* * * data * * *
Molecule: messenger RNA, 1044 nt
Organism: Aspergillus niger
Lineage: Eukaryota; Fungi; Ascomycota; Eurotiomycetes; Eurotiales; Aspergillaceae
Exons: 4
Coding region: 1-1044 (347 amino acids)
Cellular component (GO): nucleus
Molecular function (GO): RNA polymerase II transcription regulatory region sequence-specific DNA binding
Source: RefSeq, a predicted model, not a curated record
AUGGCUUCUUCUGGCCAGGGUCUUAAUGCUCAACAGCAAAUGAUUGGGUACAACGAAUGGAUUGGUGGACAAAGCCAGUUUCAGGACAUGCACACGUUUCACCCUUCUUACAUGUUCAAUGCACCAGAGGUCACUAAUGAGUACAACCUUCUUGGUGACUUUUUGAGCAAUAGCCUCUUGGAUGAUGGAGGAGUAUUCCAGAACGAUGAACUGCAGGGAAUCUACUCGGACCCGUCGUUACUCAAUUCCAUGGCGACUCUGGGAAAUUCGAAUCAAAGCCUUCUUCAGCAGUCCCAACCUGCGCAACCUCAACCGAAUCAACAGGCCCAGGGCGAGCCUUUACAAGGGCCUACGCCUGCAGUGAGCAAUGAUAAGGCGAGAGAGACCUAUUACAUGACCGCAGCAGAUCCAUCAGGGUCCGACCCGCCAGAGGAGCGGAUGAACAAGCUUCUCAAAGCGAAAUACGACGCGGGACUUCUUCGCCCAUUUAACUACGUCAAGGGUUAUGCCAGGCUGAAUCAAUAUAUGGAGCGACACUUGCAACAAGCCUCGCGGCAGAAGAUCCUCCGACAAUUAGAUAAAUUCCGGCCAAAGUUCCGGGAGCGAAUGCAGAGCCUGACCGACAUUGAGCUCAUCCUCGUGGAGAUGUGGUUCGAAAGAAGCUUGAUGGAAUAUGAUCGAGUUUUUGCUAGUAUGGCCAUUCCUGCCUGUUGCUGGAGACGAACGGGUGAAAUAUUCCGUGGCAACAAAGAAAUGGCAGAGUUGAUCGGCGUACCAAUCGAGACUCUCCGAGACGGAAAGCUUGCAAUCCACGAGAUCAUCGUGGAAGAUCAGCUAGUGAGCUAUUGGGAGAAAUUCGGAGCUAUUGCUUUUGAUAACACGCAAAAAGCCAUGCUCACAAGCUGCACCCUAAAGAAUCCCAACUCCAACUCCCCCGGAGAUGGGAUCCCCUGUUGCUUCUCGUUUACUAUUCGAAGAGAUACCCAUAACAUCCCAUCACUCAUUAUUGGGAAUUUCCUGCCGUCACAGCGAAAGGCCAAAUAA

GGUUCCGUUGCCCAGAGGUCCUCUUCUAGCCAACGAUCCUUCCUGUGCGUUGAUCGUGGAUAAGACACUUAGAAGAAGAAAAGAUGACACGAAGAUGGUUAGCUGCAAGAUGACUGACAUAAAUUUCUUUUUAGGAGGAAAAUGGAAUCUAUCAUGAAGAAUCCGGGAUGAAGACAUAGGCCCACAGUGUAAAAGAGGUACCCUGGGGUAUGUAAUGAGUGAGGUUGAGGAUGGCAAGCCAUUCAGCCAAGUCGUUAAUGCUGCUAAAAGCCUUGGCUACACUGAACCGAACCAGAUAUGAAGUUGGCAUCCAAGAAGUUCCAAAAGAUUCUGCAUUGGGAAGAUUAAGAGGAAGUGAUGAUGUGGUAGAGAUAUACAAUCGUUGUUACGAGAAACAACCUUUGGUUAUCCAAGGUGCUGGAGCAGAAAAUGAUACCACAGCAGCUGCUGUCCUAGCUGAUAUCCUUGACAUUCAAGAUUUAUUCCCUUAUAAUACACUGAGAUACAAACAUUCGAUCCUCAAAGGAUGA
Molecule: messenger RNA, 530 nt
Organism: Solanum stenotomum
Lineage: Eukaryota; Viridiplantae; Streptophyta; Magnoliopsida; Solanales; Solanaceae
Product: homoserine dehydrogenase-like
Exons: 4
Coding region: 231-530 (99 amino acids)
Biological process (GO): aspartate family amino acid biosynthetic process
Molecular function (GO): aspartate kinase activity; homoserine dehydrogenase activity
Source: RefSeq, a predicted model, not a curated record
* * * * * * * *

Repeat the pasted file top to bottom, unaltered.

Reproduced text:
Molecule: messenger RNA, 1044 nt
Organism: Aspergillus niger
Lineage: Eukaryota; Fungi; Ascomycota; Eurotiomycetes; Eurotiales; Aspergillaceae
Exons: 4
Coding region: 1-1044 (347 amino acids)
Cellular component (GO): nucleus
Molecular function (GO): RNA polymerase II transcription regulatory region sequence-specific DNA binding
Source: RefSeq, a predicted model, not a curated record
AUGGCUUCUUCUGGCCAGGGUCUUAAUGCUCAACAGCAAAUGAUUGGGUACAACGAAUGGAUUGGUGGACAAAGCCAGUUUCAGGACAUGCACACGUUUCACCCUUCUUACAUGUUCAAUGCACCAGAGGUCACUAAUGAGUACAACCUUCUUGGUGACUUUUUGAGCAAUAGCCUCUUGGAUGAUGGAGGAGUAUUCCAGAACGAUGAACUGCAGGGAAUCUACUCGGACCCGUCGUUACUCAAUUCCAUGGCGACUCUGGGAAAUUCGAAUCAAAGCCUUCUUCAGCAGUCCCAACCUGCGCAACCUCAACCGAAUCAACAGGCCCAGGGCGAGCCUUUACAAGGGCCUACGCCUGCAGUGAGCAAUGAUAAGGCGAGAGAGACCUAUUACAUGACCGCAGCAGAUCCAUCAGGGUCCGACCCGCCAGAGGAGCGGAUGAACAAGCUUCUCAAAGCGAAAUACGACGCGGGACUUCUUCGCCCAUUUAACUACGUCAAGGGUUAUGCCAGGCUGAAUCAAUAUAUGGAGCGACACUUGCAACAAGCCUCGCGGCAGAAGAUCCUCCGACAAUUAGAUAAAUUCCGGCCAAAGUUCCGGGAGCGAAUGCAGAGCCUGACCGACAUUGAGCUCAUCCUCGUGGAGAUGUGGUUCGAAAGAAGCUUGAUGGAAUAUGAUCGAGUUUUUGCUAGUAUGGCCAUUCCUGCCUGUUGCUGGAGACGAACGGGUGAAAUAUUCCGUGGCAACAAAGAAAUGGCAGAGUUGAUCGGCGUACCAAUCGAGACUCUCCGAGACGGAAAGCUUGCAAUCCACGAGAUCAUCGUGGAAGAUCAGCUAGUGAGCUAUUGGGAGAAAUUCGGAGCUAUUGCUUUUGAUAACACGCAAAAAGCCAUGCUCACAAGCUGCACCCUAAAGAAUCCCAACUCCAACUCCCCCGGAGAUGGGAUCCCCUGUUGCUUCUCGUUUACUAUUCGAAGAGAUACCCAUAACAUCCCAUCACUCAUUAUUGGGAAUUUCCUGCCGUCACAGCGAAAGGCCAAAUAA

GGUUCCGUUGCCCAGAGGUCCUCUUCUAGCCAACGAUCCUUCCUGUGCGUUGAUCGUGGAUAAGACACUUAGAAGAAGAAAAGAUGACACGAAGAUGGUUAGCUGCAAGAUGACUGACAUAAAUUUCUUUUUAGGAGGAAAAUGGAAUCUAUCAUGAAGAAUCCGGGAUGAAGACAUAGGCCCACAGUGUAAAAGAGGUACCCUGGGGUAUGUAAUGAGUGAGGUUGAGGAUGGCAAGCCAUUCAGCCAAGUCGUUAAUGCUGCUAAAAGCCUUGGCUACACUGAACCGAACCAGAUAUGAAGUUGGCAUCCAAGAAGUUCCAAAAGAUUCUGCAUUGGGAAGAUUAAGAGGAAGUGAUGAUGUGGUAGAGAUAUACAAUCGUUGUUACGAGAAACAACCUUUGGUUAUCCAAGGUGCUGGAGCAGAAAAUGAUACCACAGCAGCUGCUGUCCUAGCUGAUAUCCUUGACAUUCAAGAUUUAUUCCCUUAUAAUACACUGAGAUACAAACAUUCGAUCCUCAAAGGAUGA
Molecule: messenger RNA, 530 nt
Organism: Solanum stenotomum
Lineage: Eukaryota; Viridiplantae; Streptophyta; Magnoliopsida; Solanales; Solanaceae
Product: homoserine dehydrogenase-like
Exons: 4
Coding region: 231-530 (99 amino acids)
Biological process (GO): aspartate family amino acid biosynthetic process
Molecular function (GO): aspartate kinase activity; homoserine dehydrogenase activity
Source: RefSeq, a predicted model, not a curated record